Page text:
The ball was deflected twice, leading the U.S. to believe it had won the game; however, the clock still had one second remaining in the game. At this point, a “high-ranking international basketball official” said the clock hadn’t been reset after the second inbounds pass, and he gave Russia a full three seconds on the clock.
Russia inbounded the ball and used the additional time to score a game-winning layup, causing the U.S. team and American fans to believe that the game had been rigged.
Off the charts. The U.S. appealed the decision on the court with the International Basketball Federation, and a five-member panel (three of whom were associated with nations in the Communist Bloc) declined the appeal.
Team owners across the MLB landed themselves in big trouble in the late 1980s after they were caught sharing information with each other in the name of driving down player salaries.
The collusion case brought against franchises involved a salary-offer data bank that had been created by owners in 1987. The data bank allowed teams to see how much money other teams were offering free agents, and it served to bring down salaries across the board for players looking to sign with a new team.
Fixing and boxing have walked hand in hand seemingly since the first match ever took place.
We’ve (presumably) seen less of it in modern times, as viewers have multiplied and television cameras have allowed fights to be reviewed over and over again.
But even in the age where everyone can see who punched who where and how many times, match-tampering still happens. And nowhere was that more apparent than the 2012 bout between Manny Pacquiao and Timothy Bradley.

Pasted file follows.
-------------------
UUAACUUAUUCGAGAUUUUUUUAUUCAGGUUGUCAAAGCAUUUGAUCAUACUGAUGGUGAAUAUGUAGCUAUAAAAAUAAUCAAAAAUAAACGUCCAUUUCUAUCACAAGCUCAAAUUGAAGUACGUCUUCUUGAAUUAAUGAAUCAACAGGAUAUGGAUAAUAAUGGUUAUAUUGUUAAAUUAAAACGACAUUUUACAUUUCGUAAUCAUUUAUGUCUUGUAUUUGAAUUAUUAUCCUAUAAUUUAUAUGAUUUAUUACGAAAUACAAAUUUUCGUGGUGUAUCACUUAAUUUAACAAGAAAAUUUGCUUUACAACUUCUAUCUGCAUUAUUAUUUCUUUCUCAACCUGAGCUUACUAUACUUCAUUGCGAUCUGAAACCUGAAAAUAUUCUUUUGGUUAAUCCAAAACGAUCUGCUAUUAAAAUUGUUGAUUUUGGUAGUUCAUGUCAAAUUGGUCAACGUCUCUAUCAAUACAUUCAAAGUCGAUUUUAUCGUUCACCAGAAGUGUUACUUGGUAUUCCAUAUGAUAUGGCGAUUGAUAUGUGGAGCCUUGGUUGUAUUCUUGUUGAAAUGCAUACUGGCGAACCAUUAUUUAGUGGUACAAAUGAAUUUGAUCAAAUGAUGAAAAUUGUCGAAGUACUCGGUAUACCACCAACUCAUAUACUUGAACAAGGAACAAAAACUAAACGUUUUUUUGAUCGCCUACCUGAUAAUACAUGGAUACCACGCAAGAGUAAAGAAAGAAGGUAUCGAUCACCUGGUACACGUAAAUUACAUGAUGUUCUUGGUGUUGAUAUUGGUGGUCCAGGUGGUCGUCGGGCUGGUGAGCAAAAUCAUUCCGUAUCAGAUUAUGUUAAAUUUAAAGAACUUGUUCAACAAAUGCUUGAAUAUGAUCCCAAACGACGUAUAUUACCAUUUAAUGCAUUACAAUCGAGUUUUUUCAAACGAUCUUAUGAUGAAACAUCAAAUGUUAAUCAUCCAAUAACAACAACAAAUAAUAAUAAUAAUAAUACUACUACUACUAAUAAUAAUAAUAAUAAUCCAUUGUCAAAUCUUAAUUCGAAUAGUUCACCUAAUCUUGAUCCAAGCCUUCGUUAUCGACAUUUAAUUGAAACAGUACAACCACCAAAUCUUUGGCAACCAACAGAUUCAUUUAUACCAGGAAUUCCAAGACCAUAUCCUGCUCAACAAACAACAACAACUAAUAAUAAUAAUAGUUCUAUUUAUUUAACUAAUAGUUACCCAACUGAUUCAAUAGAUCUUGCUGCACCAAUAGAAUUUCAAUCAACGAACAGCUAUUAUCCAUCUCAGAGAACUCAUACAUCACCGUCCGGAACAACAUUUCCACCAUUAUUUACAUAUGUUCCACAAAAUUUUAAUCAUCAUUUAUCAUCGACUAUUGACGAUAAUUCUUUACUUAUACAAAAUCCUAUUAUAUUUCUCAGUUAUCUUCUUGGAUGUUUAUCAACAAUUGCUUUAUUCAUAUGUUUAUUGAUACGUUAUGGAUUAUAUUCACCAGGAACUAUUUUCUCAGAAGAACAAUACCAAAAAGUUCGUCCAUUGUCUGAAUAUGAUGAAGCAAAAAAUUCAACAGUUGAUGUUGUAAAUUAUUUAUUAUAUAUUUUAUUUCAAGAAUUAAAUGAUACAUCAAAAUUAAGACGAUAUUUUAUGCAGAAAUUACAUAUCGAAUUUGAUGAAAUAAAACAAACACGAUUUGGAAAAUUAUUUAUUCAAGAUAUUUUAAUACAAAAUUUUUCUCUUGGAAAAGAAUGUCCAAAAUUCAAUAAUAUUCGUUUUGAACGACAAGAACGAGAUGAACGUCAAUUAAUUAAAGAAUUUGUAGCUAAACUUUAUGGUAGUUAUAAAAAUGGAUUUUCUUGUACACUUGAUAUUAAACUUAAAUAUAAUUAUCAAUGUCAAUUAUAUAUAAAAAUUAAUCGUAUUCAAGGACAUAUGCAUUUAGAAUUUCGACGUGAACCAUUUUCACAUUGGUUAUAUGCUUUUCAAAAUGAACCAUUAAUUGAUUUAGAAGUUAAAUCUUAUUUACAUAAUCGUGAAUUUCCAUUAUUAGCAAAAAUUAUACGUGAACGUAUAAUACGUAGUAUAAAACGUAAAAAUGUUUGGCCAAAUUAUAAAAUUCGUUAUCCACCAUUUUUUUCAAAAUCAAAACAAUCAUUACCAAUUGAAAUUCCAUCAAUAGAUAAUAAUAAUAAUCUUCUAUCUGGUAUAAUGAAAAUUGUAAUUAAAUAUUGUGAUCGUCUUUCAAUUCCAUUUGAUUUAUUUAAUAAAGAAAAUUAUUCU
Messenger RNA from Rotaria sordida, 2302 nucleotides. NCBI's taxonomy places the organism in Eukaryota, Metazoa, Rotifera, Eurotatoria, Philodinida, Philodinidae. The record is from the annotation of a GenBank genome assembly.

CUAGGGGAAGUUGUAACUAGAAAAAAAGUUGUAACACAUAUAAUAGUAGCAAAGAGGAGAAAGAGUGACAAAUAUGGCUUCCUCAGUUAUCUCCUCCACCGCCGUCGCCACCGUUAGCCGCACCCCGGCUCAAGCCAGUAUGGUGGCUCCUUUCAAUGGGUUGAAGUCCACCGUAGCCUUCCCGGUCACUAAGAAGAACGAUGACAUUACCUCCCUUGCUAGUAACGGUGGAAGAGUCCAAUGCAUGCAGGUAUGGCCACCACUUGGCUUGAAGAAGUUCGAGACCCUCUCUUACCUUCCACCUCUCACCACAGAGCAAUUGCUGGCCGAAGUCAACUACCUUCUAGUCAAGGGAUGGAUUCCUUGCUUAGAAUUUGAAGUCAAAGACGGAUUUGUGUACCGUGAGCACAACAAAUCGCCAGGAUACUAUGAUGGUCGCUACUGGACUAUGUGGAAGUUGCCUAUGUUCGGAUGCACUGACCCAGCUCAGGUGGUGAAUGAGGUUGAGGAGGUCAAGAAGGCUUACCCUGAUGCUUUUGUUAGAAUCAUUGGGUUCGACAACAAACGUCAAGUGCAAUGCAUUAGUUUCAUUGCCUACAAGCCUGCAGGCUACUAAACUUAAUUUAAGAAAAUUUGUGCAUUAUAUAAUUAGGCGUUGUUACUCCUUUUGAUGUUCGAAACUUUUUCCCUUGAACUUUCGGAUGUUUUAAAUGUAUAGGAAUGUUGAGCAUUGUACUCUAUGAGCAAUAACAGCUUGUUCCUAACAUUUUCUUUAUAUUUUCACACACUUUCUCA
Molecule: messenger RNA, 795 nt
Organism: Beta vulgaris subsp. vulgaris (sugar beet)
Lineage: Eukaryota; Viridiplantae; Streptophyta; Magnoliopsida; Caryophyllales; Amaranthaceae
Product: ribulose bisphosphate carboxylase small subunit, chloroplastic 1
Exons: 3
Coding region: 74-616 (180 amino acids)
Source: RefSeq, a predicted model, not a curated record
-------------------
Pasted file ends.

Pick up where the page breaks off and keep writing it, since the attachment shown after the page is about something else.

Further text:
Long story short, Pacquiao drank Bradley’s milkshake for a strong majority of 12 rounds (eight rounds to four, some called it), and Bradley won the bout in a split decision.
The most plausible theory behind the bunk decision is that promoter Bob Arum (who represents both Bradley and Pacquiao) paid off the judges to guarantee a Bradley win.
The reasoning behind this theory is that Pacquiao, then 33 years old, was ripening for retirement, and Arum wanted to crown a new champion in his own corner. Also, by losing the fight in a contentious manner, a rematch would be guaranteed to make him more money and milk another fight out of Pacquiao.
Even Bradley wasn’t convinced he won.
Strong like bull.
NBA teams at the bottom of the barrel purposely tank games to get a better draft pick. Let's not debate that.
Although the league has tried to fix this with the lottery, the weighted component of the system favors teams with the worst records, and thus the competition to the bottom is born.
Some examples of game-tanking would be anything and everything the Golden State Warriors did in the last stretch of the regular season in the 2012, including benching David Lee with a mysterious “groin injury.”
Grade A fact.